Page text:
GILFORD — Bob Wilson, long-time voice of the Boston Bruins, spent a lot of time on Lake Winnipesaukee in his 23-foot Chris Craft ''Big Mouth'' which he kept at Fay's Boatyard in Gilford and is remembered as a friendly and unassuming man by people who knew him in the Lakes Region.
''I used to drive him to the Boston Garden after he had problems with his vision,'' recalls Merrill Fay, owner of Fay's, who said that Wilson was highly regarded by all who knew him.
Wilson, whose name was actually Robert Henry Castellon, died on Jan. 15 at the age of 85 after a courageous battle with lung cancer. A sports broadcasting legend, known as "The Voice of the Bruins," Wilson assumed his mother's maiden name in 1957 in order to have a two syllable name to fit radio station WCOP's jingles. He started broadcasting the Bruins games in 1964 and became play-by-play man in 1967, holding that position until he retired in 1994. For two seasons, 1969-71 he worked for a St. Louis radio station broadcasting the Blues games, including their loss to the Bruins in four straight games for the Stanley Cup in 1970.
His wife, Nancy, whom he married in 1950, says that she and Bob bought a year-round home in Dockham Shore Estates in 1988 and that for the last seven years of his broadcasting career he commuted to Boston to do the Bruins games.
''We absolutely loved it here,'' she said. Both were quietly active in the community and attended the Gilford Community Church and were regulars in Senior Bowling League at Funspot for the last 15 years.
She is still active in the league and says that Bob continued to stick with bowling until almost a month ago despite being legally blind for 10 years due to macular degeneration.
''He had some wonderful teammates. After he rolled the first ball they would tell him that he had the 5, 7 and 10 still standing so he would know where to put his next shot,'' says Nancy.
She says that Wilson continued to use the Castellon name locally, even though people knew him as the Bruins' announcer. ''It was a way of keeping some privacy for our children so that they could live normal lives. He was a great father and great grandfather and always treated people with respect and courtesy,'' she said, noting that for her and her family it is that part of his character which was the most important.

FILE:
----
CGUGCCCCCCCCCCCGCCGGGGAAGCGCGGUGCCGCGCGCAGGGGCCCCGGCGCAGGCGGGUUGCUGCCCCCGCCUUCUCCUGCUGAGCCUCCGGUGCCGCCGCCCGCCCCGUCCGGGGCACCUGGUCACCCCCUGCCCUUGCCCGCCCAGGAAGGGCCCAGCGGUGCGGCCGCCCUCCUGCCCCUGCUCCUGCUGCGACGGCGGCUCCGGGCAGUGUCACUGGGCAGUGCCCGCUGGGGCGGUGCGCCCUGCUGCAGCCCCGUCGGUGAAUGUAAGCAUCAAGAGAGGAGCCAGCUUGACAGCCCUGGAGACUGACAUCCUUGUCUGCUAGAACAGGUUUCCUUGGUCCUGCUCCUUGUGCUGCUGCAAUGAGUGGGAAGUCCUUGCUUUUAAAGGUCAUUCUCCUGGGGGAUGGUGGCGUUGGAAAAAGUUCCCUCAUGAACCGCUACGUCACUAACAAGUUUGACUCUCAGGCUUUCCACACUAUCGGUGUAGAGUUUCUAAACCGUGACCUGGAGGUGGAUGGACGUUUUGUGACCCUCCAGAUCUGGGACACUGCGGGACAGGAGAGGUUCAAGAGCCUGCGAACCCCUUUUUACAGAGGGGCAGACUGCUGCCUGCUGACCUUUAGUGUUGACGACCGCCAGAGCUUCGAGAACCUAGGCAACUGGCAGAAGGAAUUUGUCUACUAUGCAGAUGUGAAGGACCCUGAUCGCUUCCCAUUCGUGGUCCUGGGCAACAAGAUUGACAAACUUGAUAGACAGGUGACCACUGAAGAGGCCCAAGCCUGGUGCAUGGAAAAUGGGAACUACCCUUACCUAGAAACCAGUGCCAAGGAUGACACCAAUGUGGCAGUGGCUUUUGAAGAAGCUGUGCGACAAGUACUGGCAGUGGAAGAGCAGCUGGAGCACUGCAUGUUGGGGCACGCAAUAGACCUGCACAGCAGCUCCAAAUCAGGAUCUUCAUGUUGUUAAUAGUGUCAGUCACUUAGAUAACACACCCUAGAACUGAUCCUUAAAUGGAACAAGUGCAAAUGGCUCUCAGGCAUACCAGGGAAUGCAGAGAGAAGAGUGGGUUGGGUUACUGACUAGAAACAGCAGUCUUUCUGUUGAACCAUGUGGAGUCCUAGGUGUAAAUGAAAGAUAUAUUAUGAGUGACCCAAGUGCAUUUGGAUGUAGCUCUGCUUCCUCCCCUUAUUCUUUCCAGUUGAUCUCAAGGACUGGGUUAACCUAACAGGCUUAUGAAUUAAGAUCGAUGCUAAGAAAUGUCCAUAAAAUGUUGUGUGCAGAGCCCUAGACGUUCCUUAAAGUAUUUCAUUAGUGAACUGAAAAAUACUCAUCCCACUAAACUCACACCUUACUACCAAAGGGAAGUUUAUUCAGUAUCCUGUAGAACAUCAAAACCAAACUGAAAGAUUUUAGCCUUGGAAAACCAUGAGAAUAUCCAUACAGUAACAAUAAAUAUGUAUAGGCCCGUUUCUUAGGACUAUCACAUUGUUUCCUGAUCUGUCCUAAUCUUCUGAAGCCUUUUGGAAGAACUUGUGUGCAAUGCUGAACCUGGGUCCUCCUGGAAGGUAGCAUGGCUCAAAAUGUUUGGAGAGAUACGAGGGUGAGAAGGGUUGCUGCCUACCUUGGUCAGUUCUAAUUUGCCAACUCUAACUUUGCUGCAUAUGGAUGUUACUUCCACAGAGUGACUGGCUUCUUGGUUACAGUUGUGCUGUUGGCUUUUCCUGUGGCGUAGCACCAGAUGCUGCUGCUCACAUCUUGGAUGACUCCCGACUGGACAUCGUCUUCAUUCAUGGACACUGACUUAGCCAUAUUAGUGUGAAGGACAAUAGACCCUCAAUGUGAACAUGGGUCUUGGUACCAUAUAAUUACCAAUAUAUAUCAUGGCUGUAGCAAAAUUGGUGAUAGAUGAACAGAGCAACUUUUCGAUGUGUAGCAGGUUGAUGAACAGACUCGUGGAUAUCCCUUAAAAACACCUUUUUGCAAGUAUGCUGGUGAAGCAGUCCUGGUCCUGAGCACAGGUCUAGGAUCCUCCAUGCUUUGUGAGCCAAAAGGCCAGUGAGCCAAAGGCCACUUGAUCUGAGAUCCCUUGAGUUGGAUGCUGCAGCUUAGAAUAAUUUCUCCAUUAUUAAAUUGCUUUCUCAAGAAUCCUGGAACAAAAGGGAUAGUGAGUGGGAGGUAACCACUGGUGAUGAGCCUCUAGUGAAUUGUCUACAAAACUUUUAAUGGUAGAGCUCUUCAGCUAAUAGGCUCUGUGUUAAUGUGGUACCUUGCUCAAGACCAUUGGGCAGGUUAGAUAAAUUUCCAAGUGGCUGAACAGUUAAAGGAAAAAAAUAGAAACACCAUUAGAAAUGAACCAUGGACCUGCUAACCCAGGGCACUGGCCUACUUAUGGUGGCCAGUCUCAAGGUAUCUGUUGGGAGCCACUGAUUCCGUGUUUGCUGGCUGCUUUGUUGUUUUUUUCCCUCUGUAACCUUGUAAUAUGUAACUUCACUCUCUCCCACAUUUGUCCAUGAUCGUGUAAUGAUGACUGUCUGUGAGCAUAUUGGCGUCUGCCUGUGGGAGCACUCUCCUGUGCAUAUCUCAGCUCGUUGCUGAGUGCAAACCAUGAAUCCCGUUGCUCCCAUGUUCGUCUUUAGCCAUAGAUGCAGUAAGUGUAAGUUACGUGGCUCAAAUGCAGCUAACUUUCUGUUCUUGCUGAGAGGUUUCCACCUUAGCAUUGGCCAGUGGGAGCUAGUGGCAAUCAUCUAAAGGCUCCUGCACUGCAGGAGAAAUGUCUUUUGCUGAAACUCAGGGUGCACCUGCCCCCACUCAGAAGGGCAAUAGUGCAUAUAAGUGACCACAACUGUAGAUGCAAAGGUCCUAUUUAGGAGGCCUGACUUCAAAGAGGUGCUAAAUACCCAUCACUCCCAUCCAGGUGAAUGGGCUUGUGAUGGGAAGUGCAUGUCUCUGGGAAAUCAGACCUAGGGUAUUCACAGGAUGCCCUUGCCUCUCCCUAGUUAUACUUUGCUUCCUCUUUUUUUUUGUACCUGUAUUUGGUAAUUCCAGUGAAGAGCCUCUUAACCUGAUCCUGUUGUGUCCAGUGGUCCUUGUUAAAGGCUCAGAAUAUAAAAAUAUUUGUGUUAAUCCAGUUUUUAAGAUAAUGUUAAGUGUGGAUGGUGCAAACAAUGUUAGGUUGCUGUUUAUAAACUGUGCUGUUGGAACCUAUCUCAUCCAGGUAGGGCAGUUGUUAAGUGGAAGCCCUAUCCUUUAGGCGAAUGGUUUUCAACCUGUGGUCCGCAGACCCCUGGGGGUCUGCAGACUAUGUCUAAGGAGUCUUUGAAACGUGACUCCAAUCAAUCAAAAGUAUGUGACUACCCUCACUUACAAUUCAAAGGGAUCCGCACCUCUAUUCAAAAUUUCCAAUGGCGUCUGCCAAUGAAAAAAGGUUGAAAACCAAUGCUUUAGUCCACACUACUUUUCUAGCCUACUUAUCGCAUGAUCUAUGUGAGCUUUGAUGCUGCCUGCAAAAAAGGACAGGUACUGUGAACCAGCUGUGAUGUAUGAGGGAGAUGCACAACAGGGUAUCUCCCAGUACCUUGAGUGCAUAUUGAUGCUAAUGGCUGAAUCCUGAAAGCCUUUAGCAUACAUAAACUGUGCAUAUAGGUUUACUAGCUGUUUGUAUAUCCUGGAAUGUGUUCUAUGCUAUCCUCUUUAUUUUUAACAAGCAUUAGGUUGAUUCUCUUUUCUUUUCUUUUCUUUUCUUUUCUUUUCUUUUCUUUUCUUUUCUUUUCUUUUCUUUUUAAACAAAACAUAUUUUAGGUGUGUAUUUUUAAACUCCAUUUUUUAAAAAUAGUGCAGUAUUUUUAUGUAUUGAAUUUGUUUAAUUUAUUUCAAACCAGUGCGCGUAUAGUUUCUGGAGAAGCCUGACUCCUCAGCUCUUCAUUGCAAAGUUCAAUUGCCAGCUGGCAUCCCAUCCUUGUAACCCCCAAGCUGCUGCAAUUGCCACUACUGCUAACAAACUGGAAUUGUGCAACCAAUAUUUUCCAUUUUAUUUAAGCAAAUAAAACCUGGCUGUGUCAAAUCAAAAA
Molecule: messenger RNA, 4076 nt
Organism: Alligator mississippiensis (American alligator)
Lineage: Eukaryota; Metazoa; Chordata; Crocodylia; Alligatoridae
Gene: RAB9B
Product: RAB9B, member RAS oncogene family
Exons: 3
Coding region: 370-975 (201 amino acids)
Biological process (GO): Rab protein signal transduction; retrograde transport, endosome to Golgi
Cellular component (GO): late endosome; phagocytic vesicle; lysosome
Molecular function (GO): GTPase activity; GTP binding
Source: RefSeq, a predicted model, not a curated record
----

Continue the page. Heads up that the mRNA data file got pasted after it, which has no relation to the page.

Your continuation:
Nancy says that the Dockham Shore area is filled with memories for her and that she and her family had been coming to Gilford and staying summers in that area ever since the late 1930s.
''My family never had a car. They lost a lot of money in the Depression so we would come up the area on the train from Boston. We got off at Weirs Beach and take a water taxi to Dockham Shore or go up to Tarlson's store where we bought groceries and would get a ride to Dockham Shore on the store's delivery truck.''
She recalls walking over to The Weirs from Dockham Shore to go rollerskating and then walking back to the cottage the family had rented. ''We'd walk in the middle of the road sometimes because there was hardly ever any traffic.''
She says that she has fond memories of Sawyer's Dairy Bar as well as the Tamarack Drive-In ''when their lobster rolls were the best in the area.''
Nancy says that Bob was a humble person who took great pride in his work and was overwhelmed with emotion when the Bruins named the home radio booth at TD Garden after him in 2011.
Her son, Bill, who lives in Kittery, Maine, recalls that his dad was active in helping raise funds for the Gilford Skating Rink and following his retirement had an oldies program Sunday nights on radio station WLKZ and even broadcast some Laconia High School football games.
''He always had time for people. He was a very giving person and taught a lot of young broadcasters like Jack Edwards, who does the Bruins games on TV. He idolized my Dad,'' says Bill.
He said that one of the nicest tributes to Wilson came from a granddaughter who wrote on Facebook that he was known to all family members as ''Da'' and ''was the greatest grandfather a girl could ever have.''
In lieu of flowers, the family requests donations to the Boston Bruins Foundation (100 Legends Way, Boston, MA 02114) or the Bob Wilson Memorial Scholarship for Communications c/o Lakes Region Scholarship Foundation, PO Box 7312, Gilford, NH 03247-7312.
A celebration of Bob's life will be held at Gilford Community Church, 19 Potter Hill Road, Gilford, at 11 a.m. on Saturday, Jan. 24. A reception will follow the service.